Wales 2011 – One in Four in Poverty…and it’s getting worse.

Quoting the Rowntree Foundation Press Release below:

New Joseph Rowntree Foundation research released today shows that meeting the Welsh Government’s target of eradicating child poverty by 2020 will mean the rate has to fall four times more quickly over the next ten years than it did over the last decade. The latest figures also show almost one in four people in Wales across all age groups – 680,000 – are in poverty.
The research, carried out by Anushree Parekh and Peter Kenway of the New Policy Institute, shows that the child poverty rate fell quite quickly from the early 2000s up to 2005/06, but has risen again since then. Although the rate is still less than a decade ago, the proportion of children living in low-income households has gone up by five per cent over the last five years to 33 per cent – around 200,000 children.

The research is here. (A small pdf) and a similar 2009 study on Northern Ireland is here.
Here’s the Foundation’s Michael Trikey on the Welsh findings.

This is confirmed in the latest JRF Minimum Income Standards report this week. It reveals a staggering increase of over 20 per cent over the last year in the income couples, and single parents with children paying for childcare, need in order to have an acceptable standard of living. Rising prices together with frozen or reduced in-work benefits are the main cause of this squeeze. Low-income families are particularly vulnerable, although the impact extends more widely.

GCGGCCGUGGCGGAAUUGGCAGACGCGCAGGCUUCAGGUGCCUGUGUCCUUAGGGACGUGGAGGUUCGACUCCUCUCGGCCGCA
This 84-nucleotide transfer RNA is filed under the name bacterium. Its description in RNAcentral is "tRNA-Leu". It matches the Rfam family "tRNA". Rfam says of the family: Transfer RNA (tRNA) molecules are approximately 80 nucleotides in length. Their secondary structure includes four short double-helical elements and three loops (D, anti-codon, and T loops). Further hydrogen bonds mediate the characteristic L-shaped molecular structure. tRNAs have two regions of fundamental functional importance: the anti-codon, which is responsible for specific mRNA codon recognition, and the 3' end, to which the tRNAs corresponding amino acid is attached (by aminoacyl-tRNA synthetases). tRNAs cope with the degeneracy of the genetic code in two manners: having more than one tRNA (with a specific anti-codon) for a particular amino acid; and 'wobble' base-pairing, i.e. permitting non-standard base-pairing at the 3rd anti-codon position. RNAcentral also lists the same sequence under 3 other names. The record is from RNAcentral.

Wales has the highest poverty ‘after housing costs’ poverty rate of the four UK countries. Against a background of sluggish growth, pay freezes, public spending cuts, and fundamental changes in the approach to welfare and tax, the battle against poverty in Wales is going to require a herculean, fully-integrated response from government at all levels, public services and the community as a whole.

The Document is formally issued at the Urdd Centre in Cardiff Bay at 11.00am this morning.
On a positive note the progress made in the early years of the last decade means thing are not as bad as they were 10 years ago – but there’s a fairly brutal combination of low wage, few jobs, food and fuel inflation and pathetic transport infrastructure that’s really hitting the vulnerable hard at the moment.